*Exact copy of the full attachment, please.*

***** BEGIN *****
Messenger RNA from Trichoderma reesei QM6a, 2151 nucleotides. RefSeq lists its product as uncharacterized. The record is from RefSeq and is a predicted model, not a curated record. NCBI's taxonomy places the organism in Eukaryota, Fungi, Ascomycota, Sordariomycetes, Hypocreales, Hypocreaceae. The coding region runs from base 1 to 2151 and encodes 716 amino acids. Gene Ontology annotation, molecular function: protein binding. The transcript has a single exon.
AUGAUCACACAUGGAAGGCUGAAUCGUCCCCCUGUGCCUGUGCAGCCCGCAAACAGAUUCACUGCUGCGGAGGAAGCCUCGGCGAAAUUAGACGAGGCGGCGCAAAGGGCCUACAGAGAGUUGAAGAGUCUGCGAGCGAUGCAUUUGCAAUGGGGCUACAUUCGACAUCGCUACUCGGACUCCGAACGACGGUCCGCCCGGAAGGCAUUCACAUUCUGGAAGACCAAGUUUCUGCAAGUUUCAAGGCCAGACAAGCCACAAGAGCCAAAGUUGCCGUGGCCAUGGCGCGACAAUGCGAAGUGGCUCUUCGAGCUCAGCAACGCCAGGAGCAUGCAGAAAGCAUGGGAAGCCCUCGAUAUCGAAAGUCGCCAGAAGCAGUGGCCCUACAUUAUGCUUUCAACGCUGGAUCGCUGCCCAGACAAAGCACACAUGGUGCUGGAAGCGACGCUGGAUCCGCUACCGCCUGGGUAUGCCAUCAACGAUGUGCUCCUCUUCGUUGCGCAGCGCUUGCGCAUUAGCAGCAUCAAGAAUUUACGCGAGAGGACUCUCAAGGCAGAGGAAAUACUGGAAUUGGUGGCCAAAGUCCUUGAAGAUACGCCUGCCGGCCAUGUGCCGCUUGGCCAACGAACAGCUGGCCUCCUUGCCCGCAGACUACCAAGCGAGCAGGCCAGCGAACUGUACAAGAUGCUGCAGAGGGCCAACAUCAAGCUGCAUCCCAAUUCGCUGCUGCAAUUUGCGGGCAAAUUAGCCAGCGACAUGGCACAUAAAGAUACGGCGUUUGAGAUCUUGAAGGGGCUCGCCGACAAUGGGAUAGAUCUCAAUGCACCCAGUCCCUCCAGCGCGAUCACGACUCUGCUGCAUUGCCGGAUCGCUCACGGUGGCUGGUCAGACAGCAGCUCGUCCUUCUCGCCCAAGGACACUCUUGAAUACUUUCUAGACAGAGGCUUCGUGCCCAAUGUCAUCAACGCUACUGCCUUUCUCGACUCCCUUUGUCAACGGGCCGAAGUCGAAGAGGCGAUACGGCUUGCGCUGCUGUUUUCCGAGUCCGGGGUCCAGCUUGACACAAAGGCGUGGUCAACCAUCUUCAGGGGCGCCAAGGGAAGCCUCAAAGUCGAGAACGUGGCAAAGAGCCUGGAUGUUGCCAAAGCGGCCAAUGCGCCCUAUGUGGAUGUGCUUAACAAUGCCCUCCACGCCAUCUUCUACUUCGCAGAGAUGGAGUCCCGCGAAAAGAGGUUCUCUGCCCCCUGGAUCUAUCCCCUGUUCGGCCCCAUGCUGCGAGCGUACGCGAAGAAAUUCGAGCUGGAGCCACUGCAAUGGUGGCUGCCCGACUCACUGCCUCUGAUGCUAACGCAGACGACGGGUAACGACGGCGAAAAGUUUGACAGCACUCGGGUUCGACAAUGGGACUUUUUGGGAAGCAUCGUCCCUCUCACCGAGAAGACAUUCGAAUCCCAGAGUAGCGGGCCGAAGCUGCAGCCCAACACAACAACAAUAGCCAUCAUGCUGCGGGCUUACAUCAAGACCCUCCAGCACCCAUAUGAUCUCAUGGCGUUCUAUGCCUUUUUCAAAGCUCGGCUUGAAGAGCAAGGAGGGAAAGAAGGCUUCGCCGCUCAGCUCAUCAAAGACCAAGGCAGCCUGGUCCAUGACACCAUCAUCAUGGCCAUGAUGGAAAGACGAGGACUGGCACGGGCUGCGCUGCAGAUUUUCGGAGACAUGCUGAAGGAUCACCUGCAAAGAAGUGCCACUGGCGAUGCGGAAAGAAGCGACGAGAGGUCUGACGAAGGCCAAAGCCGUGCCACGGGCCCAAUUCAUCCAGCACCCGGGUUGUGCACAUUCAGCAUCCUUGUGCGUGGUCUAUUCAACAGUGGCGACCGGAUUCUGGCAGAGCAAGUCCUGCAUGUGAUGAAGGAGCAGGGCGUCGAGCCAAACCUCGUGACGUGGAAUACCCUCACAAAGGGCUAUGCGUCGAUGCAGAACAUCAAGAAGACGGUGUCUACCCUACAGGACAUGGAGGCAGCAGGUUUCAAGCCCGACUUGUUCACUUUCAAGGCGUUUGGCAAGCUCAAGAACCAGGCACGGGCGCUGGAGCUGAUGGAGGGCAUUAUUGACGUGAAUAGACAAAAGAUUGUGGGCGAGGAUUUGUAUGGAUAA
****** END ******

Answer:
Messenger RNA from Trichoderma reesei QM6a, 2151 nucleotides. RefSeq lists its product as uncharacterized. The record is from RefSeq and is a predicted model, not a curated record. NCBI's taxonomy places the organism in Eukaryota, Fungi, Ascomycota, Sordariomycetes, Hypocreales, Hypocreaceae. The coding region runs from base 1 to 2151 and encodes 716 amino acids. Gene Ontology annotation, molecular function: protein binding. The transcript has a single exon.
AUGAUCACACAUGGAAGGCUGAAUCGUCCCCCUGUGCCUGUGCAGCCCGCAAACAGAUUCACUGCUGCGGAGGAAGCCUCGGCGAAAUUAGACGAGGCGGCGCAAAGGGCCUACAGAGAGUUGAAGAGUCUGCGAGCGAUGCAUUUGCAAUGGGGCUACAUUCGACAUCGCUACUCGGACUCCGAACGACGGUCCGCCCGGAAGGCAUUCACAUUCUGGAAGACCAAGUUUCUGCAAGUUUCAAGGCCAGACAAGCCACAAGAGCCAAAGUUGCCGUGGCCAUGGCGCGACAAUGCGAAGUGGCUCUUCGAGCUCAGCAACGCCAGGAGCAUGCAGAAAGCAUGGGAAGCCCUCGAUAUCGAAAGUCGCCAGAAGCAGUGGCCCUACAUUAUGCUUUCAACGCUGGAUCGCUGCCCAGACAAAGCACACAUGGUGCUGGAAGCGACGCUGGAUCCGCUACCGCCUGGGUAUGCCAUCAACGAUGUGCUCCUCUUCGUUGCGCAGCGCUUGCGCAUUAGCAGCAUCAAGAAUUUACGCGAGAGGACUCUCAAGGCAGAGGAAAUACUGGAAUUGGUGGCCAAAGUCCUUGAAGAUACGCCUGCCGGCCAUGUGCCGCUUGGCCAACGAACAGCUGGCCUCCUUGCCCGCAGACUACCAAGCGAGCAGGCCAGCGAACUGUACAAGAUGCUGCAGAGGGCCAACAUCAAGCUGCAUCCCAAUUCGCUGCUGCAAUUUGCGGGCAAAUUAGCCAGCGACAUGGCACAUAAAGAUACGGCGUUUGAGAUCUUGAAGGGGCUCGCCGACAAUGGGAUAGAUCUCAAUGCACCCAGUCCCUCCAGCGCGAUCACGACUCUGCUGCAUUGCCGGAUCGCUCACGGUGGCUGGUCAGACAGCAGCUCGUCCUUCUCGCCCAAGGACACUCUUGAAUACUUUCUAGACAGAGGCUUCGUGCCCAAUGUCAUCAACGCUACUGCCUUUCUCGACUCCCUUUGUCAACGGGCCGAAGUCGAAGAGGCGAUACGGCUUGCGCUGCUGUUUUCCGAGUCCGGGGUCCAGCUUGACACAAAGGCGUGGUCAACCAUCUUCAGGGGCGCCAAGGGAAGCCUCAAAGUCGAGAACGUGGCAAAGAGCCUGGAUGUUGCCAAAGCGGCCAAUGCGCCCUAUGUGGAUGUGCUUAACAAUGCCCUCCACGCCAUCUUCUACUUCGCAGAGAUGGAGUCCCGCGAAAAGAGGUUCUCUGCCCCCUGGAUCUAUCCCCUGUUCGGCCCCAUGCUGCGAGCGUACGCGAAGAAAUUCGAGCUGGAGCCACUGCAAUGGUGGCUGCCCGACUCACUGCCUCUGAUGCUAACGCAGACGACGGGUAACGACGGCGAAAAGUUUGACAGCACUCGGGUUCGACAAUGGGACUUUUUGGGAAGCAUCGUCCCUCUCACCGAGAAGACAUUCGAAUCCCAGAGUAGCGGGCCGAAGCUGCAGCCCAACACAACAACAAUAGCCAUCAUGCUGCGGGCUUACAUCAAGACCCUCCAGCACCCAUAUGAUCUCAUGGCGUUCUAUGCCUUUUUCAAAGCUCGGCUUGAAGAGCAAGGAGGGAAAGAAGGCUUCGCCGCUCAGCUCAUCAAAGACCAAGGCAGCCUGGUCCAUGACACCAUCAUCAUGGCCAUGAUGGAAAGACGAGGACUGGCACGGGCUGCGCUGCAGAUUUUCGGAGACAUGCUGAAGGAUCACCUGCAAAGAAGUGCCACUGGCGAUGCGGAAAGAAGCGACGAGAGGUCUGACGAAGGCCAAAGCCGUGCCACGGGCCCAAUUCAUCCAGCACCCGGGUUGUGCACAUUCAGCAUCCUUGUGCGUGGUCUAUUCAACAGUGGCGACCGGAUUCUGGCAGAGCAAGUCCUGCAUGUGAUGAAGGAGCAGGGCGUCGAGCCAAACCUCGUGACGUGGAAUACCCUCACAAAGGGCUAUGCGUCGAUGCAGAACAUCAAGAAGACGGUGUCUACCCUACAGGACAUGGAGGCAGCAGGUUUCAAGCCCGACUUGUUCACUUUCAAGGCGUUUGGCAAGCUCAAGAACCAGGCACGGGCGCUGGAGCUGAUGGAGGGCAUUAUUGACGUGAAUAGACAAAAGAUUGUGGGCGAGGAUUUGUAUGGAUAA